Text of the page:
A focus on decommissioning
Australia's asset pool is ageing and decommissioning in the region is still in its infancy; we can see that through the ongoing engagement between state and federal governments, regulators and industry. Last year National Energy Resources Australia (NERA) produced a report on Australia’s offshore decommissioning liability and the findings were eye opening. More than $A50billion of decommissioning work needed on the country’s offshore oil and gas infrastructure, over half of which needs to be initiated within the next 10 years.
As a result, NERA recently launched The Centre of Decommissioning Australia (CODA) 4. Xodus has been involved in the inception of the new centre and is excited to see how the collaborative industry effort will maximise the opportunities of decommissioning Australia’s ageing oil and gas infrastructure.
The future of energy
According to ENB’s Future of Energy survey, most companies expect renewable energy penetration in Australia to grow by more than 10% by 2030. Most respondents believe there is valuable expertise and experience in the energy industry to support the changing energy mix and I agree.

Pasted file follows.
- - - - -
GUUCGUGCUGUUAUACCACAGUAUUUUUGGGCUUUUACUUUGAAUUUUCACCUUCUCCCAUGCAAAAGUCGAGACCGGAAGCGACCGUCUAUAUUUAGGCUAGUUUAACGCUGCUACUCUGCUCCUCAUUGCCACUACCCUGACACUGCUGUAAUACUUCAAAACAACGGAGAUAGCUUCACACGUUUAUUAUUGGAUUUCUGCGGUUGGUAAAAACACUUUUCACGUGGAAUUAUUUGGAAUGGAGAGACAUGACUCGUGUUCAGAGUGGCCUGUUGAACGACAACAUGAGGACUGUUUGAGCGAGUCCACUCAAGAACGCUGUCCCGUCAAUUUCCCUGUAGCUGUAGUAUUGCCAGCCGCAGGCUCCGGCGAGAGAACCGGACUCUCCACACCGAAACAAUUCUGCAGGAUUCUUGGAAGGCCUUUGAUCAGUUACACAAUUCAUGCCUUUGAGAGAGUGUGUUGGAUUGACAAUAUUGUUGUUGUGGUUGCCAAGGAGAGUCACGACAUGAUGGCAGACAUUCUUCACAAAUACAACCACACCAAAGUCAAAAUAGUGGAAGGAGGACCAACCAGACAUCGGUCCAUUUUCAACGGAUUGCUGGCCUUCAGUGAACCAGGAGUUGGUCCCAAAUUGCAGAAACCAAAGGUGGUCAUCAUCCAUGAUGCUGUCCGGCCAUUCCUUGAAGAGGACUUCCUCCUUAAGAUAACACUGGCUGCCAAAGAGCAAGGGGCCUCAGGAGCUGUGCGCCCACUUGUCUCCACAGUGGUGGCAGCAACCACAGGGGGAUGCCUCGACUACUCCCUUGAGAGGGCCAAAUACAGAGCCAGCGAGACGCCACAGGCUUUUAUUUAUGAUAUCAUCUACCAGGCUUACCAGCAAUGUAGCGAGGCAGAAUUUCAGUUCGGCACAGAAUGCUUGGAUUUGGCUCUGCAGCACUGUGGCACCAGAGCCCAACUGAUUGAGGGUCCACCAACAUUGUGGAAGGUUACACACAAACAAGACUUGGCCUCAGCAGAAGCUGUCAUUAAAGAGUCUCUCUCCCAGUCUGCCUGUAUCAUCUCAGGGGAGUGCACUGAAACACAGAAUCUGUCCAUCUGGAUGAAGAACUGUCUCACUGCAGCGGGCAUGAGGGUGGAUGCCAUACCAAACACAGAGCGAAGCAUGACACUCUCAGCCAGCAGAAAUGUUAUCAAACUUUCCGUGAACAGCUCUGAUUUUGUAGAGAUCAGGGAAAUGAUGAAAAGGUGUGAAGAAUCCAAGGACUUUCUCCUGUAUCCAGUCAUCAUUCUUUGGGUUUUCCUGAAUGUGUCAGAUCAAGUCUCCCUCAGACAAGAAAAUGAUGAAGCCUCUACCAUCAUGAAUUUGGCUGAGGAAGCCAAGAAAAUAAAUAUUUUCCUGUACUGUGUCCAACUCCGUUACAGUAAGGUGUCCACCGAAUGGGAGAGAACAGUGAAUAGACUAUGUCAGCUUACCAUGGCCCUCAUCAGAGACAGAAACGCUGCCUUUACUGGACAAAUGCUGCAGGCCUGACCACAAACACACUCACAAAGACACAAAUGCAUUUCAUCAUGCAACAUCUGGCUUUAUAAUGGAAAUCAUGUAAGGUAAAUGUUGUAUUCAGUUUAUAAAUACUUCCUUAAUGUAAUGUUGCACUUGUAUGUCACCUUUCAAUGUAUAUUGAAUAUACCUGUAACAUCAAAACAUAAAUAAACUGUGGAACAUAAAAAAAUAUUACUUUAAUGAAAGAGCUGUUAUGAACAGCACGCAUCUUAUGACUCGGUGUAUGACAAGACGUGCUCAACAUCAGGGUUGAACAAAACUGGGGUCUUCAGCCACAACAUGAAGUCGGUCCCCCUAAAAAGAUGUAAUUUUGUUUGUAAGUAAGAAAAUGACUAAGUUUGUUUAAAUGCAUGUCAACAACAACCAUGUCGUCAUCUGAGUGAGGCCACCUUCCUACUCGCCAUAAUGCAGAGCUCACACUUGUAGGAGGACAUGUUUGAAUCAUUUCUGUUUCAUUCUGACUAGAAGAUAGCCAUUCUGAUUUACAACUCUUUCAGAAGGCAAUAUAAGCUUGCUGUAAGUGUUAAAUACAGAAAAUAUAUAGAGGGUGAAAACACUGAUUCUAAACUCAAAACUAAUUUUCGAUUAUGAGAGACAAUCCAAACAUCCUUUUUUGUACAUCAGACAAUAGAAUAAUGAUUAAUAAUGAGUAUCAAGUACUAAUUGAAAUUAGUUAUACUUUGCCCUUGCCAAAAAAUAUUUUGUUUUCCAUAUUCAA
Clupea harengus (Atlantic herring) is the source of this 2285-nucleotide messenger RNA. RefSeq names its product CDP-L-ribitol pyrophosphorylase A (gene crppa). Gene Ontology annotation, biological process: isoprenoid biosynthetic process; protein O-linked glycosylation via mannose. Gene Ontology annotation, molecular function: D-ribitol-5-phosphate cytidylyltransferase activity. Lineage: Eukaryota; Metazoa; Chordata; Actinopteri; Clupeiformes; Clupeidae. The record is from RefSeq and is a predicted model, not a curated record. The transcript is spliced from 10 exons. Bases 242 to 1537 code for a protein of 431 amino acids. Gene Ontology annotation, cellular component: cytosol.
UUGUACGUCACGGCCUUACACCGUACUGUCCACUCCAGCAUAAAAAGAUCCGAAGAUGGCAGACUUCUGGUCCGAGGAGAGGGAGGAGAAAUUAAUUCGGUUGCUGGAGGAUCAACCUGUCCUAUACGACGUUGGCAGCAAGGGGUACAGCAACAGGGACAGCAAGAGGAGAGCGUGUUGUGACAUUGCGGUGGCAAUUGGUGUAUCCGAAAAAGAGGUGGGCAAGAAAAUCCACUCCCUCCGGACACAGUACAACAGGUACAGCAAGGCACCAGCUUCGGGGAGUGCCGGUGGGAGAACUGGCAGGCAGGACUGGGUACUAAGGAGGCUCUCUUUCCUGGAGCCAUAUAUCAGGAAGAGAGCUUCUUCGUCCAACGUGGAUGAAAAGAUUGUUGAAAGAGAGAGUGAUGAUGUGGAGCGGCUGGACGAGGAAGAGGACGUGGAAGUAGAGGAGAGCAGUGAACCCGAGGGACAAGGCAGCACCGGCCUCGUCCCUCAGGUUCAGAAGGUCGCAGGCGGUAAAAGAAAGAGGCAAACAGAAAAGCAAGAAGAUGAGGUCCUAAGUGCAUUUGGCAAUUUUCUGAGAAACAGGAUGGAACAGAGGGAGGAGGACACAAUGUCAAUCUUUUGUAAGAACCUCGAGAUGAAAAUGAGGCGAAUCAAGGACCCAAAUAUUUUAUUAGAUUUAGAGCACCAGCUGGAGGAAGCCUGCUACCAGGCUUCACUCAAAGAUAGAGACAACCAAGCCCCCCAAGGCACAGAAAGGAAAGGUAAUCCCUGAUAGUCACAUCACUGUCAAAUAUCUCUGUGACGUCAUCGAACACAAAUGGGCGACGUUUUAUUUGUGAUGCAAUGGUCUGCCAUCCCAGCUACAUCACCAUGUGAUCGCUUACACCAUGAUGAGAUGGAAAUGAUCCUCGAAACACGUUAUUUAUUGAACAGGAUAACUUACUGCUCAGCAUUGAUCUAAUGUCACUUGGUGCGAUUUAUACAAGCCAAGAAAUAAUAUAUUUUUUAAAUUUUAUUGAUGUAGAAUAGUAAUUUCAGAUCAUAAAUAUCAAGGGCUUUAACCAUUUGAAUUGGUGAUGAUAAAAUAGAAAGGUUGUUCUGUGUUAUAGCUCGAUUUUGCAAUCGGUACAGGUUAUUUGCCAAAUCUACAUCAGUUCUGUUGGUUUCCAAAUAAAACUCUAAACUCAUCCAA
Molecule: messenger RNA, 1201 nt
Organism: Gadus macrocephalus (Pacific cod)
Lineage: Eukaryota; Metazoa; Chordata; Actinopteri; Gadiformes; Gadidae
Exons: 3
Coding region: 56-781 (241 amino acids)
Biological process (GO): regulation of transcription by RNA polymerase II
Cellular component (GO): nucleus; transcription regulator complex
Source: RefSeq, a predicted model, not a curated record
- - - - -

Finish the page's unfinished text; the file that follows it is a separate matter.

Lately, our team has taken on new challenges grounded in their years of energy experience. Our Perth team includes consultants using their skills in managing uncertainty and decision making to areas outside traditional oil and gas. They also see their expertise in gas processing being applicable to reducing emissions, hydrogen and CO2 sequestration, or that routing a subsea cable correlates directly to a pipeline. Many skills are universal. Based on our experience supporting companies through the energy transition and identifying and capitalising on low carbon solutions we are developing smarter ways of working to help lead us into the future of energy.
Xodus is excited to see where our integrated services, backed up by specialist tools and training, span the numerous disciplines involved in delivering complex energy projects, including geotechnical, subsea, pipelines and cables, integrity, vibration, safety, risk, environment, and commercial and fiscal advice, will take us. Working both onshore and offshore, we partner with clients, striving to deliver a responsible energy future.